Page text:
Why I’m Angry School Canceled Online Learning For a ‘Snow Day’
In September many school districts across the Hudson Valley announced the end of snow days. So what happened?
With students and teachers connecting online for much of the week, many school districts across the Hudson Valley revealed a plan to eliminate snow days. Teachers and students who were scheduled to come in on days with inclement weather would just stay home and have a remote learning day. Makes sense, right?
Earlier this week, our family received a letter from the Wappingers Central School District saying that because of "a great deal of feedback" and their own reflection on the policy, they decided to go back on that plan and give teachers and students the day off during snowstorms.
I'm unsure what the objections were to home learning, but I'm assuming many parents thought it was sad to take away the joy of having the day off during a snowstorm. But let's be honest; kids have been living one giant snow day since March.
As a parent of a nine-year-old, I know that there's a lot of learning that going on during virtual days. Teachers have done a great job adapting to a new way of teaching and engaging students from their homes. With that said, it's certainly not the same as going to school.
Even with a full day of remote school, kids still have a significant amount of "downtime." With long stretches between having to log in to different subjects, independent work time, and an extended lunch and "recess" that could last for hours, no kid is going to miss out on having tons of fun in the snow if they want. Plus, with virtual school ending soon after lunch, there's no long bus ride home, so kids can just run right outside and have hours to play before dinner.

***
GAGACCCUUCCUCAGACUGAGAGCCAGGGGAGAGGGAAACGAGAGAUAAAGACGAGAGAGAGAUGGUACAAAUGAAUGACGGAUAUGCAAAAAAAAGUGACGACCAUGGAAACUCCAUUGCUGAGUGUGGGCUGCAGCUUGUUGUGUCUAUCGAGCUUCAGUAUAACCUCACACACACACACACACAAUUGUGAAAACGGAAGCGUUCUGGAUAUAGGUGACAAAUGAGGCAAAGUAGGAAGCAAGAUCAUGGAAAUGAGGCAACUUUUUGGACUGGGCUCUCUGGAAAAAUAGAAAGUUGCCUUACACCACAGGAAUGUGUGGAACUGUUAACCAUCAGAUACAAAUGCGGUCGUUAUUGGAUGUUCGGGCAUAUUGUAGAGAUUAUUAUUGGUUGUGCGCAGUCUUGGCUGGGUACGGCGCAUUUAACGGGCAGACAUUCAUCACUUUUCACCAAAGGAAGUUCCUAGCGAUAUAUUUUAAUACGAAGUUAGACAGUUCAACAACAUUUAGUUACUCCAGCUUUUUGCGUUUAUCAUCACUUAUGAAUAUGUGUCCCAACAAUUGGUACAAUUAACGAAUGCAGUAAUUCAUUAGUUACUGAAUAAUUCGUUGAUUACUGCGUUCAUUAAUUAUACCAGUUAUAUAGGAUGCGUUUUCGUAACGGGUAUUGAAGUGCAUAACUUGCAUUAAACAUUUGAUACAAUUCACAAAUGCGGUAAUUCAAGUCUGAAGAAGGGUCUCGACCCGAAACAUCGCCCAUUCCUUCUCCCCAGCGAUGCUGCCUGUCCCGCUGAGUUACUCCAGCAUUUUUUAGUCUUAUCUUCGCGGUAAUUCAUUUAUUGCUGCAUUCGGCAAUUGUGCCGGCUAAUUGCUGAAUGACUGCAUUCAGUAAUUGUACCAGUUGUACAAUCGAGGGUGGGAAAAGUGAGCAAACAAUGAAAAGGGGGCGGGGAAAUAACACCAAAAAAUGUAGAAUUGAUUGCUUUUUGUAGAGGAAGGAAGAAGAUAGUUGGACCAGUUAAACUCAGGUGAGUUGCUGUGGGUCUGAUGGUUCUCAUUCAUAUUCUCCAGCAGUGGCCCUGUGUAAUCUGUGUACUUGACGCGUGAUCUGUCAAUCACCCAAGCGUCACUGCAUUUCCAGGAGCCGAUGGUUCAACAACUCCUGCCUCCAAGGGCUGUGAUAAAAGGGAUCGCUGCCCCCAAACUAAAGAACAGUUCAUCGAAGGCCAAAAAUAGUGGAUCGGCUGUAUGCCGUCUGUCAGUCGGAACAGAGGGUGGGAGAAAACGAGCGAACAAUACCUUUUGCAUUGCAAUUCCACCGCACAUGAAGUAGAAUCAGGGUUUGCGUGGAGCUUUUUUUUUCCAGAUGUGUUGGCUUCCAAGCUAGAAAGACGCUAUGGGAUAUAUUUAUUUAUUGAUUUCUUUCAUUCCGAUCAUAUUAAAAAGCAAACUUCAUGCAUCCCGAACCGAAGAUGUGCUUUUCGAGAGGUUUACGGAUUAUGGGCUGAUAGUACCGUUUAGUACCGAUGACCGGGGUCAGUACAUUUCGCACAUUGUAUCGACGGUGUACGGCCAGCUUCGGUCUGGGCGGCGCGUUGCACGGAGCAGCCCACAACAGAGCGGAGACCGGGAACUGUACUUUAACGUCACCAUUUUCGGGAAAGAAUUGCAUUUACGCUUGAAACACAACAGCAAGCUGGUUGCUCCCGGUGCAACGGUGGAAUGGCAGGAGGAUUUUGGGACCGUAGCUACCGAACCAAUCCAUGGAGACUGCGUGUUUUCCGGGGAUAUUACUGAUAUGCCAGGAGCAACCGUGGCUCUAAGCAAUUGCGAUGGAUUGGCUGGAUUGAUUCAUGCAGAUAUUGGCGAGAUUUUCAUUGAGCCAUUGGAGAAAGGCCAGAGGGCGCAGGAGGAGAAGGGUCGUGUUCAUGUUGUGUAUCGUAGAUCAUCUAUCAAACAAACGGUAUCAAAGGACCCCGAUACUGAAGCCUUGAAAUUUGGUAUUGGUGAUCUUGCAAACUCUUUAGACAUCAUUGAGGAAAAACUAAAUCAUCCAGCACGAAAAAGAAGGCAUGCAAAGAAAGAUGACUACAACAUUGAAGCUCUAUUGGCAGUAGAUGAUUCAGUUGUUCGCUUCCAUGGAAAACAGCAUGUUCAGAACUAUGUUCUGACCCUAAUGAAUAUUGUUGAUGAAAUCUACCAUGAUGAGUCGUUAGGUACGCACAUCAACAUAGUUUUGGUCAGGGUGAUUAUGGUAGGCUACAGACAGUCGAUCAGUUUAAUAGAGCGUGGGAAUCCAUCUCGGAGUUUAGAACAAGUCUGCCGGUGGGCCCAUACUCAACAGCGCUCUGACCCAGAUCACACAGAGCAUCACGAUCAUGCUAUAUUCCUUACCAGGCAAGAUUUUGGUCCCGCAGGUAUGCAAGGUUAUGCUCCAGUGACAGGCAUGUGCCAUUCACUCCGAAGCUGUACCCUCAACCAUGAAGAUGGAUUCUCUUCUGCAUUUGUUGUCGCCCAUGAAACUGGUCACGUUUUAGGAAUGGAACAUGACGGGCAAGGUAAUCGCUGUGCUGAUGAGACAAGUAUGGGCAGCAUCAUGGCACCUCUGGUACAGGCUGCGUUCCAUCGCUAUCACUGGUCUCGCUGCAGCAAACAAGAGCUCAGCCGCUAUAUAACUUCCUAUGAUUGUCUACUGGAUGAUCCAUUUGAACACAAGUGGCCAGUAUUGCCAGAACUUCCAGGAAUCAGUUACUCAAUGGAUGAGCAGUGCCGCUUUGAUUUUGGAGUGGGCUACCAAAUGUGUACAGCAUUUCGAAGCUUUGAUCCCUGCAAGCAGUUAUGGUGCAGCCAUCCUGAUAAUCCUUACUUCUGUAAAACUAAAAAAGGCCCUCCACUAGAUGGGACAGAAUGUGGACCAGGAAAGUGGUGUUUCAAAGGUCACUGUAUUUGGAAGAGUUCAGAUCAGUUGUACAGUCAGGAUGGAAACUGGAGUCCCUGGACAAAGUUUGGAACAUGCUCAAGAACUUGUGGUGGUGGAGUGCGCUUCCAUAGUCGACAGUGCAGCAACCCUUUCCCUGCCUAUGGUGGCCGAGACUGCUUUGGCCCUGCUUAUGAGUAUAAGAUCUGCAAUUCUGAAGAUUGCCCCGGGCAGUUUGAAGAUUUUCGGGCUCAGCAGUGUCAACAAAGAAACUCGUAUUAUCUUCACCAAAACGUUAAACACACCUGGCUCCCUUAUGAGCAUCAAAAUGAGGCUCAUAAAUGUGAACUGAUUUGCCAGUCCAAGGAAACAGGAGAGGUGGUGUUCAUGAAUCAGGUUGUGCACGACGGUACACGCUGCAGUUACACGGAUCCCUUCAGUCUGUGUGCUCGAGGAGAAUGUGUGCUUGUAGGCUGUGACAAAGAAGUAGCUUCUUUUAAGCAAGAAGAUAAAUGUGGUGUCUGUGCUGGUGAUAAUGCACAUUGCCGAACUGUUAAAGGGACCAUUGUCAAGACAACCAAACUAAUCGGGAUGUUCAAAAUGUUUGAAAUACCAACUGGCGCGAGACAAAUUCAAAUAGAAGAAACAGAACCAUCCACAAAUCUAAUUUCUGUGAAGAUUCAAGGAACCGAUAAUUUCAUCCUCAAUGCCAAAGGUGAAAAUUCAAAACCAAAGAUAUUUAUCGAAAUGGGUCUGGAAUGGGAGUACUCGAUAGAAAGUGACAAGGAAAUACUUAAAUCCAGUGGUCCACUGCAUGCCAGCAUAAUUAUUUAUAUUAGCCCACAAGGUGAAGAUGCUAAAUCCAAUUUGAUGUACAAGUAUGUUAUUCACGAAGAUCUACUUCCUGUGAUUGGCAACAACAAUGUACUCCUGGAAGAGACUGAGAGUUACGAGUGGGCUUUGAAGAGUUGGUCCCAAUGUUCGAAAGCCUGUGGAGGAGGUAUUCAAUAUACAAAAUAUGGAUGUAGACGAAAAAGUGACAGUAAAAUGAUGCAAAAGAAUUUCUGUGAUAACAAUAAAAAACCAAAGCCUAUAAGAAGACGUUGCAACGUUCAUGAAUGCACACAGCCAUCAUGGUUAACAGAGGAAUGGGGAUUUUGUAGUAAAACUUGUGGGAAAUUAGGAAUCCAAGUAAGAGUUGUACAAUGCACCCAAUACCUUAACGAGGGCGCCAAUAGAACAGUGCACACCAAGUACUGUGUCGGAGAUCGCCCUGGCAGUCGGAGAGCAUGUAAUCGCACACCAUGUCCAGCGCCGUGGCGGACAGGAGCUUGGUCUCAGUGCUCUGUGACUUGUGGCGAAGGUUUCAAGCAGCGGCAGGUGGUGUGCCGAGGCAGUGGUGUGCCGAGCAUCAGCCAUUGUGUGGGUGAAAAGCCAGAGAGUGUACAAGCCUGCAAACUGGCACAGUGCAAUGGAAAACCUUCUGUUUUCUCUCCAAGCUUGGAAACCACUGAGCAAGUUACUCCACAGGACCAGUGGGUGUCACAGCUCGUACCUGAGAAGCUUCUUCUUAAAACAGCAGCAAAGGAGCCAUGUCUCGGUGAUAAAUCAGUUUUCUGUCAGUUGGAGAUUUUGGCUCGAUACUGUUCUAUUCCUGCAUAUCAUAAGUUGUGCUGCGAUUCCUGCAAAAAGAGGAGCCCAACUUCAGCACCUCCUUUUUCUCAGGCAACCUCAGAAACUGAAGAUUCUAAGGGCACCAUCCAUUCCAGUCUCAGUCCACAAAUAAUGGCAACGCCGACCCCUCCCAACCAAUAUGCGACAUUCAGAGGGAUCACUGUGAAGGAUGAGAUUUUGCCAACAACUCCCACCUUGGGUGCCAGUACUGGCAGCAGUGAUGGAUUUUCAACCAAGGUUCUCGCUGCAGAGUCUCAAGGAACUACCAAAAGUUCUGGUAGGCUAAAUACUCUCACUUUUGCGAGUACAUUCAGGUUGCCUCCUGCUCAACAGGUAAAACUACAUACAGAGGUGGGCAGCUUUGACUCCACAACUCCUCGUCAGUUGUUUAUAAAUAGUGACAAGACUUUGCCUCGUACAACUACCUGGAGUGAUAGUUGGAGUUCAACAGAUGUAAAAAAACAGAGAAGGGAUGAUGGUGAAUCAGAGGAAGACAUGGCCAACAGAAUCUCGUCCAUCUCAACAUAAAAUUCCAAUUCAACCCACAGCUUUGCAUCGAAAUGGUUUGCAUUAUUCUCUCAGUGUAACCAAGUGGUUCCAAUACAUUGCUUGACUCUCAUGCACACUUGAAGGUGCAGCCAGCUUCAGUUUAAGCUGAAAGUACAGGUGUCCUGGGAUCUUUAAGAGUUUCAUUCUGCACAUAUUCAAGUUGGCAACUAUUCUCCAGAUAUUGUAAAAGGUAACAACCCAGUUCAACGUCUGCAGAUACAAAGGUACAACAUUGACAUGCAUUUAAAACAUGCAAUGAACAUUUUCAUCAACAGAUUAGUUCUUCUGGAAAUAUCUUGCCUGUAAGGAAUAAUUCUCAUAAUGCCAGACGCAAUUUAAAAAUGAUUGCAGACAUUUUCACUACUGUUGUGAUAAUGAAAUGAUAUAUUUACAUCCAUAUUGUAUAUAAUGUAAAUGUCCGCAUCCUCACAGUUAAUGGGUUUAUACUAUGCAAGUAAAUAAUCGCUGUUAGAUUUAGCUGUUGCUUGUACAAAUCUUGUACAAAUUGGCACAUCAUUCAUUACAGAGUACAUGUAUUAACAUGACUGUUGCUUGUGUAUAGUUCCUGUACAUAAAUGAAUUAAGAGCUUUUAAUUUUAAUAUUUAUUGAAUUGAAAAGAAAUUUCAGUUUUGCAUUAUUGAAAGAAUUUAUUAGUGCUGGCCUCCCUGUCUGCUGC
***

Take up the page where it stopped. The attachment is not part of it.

With that said, let's be real. Kids are not spending the whole day outside in the snow anyway. Perhaps today kids will spend an hour or two sledding or engage in a snowball fight. Maybe they'll even make a snowman. But you can also bet that there will be just as much time, if not more, dedicated to video games, YouTube or their tablet. As a parent, I'd honestly rather have my son at least learning something during that screen time.
Of course, this is just my opinion. And by the number of other school districts who have now decided to cancel all remote learning today, it looks like I'm in the minority. I just have one simple request of those parents who decided to send their "feedback" about virtual learning on snow days; For fun, keep track of just how much time your son or daughter spends in front of a screen today. Perhaps you may just change your mind about how important having the whole day off really is.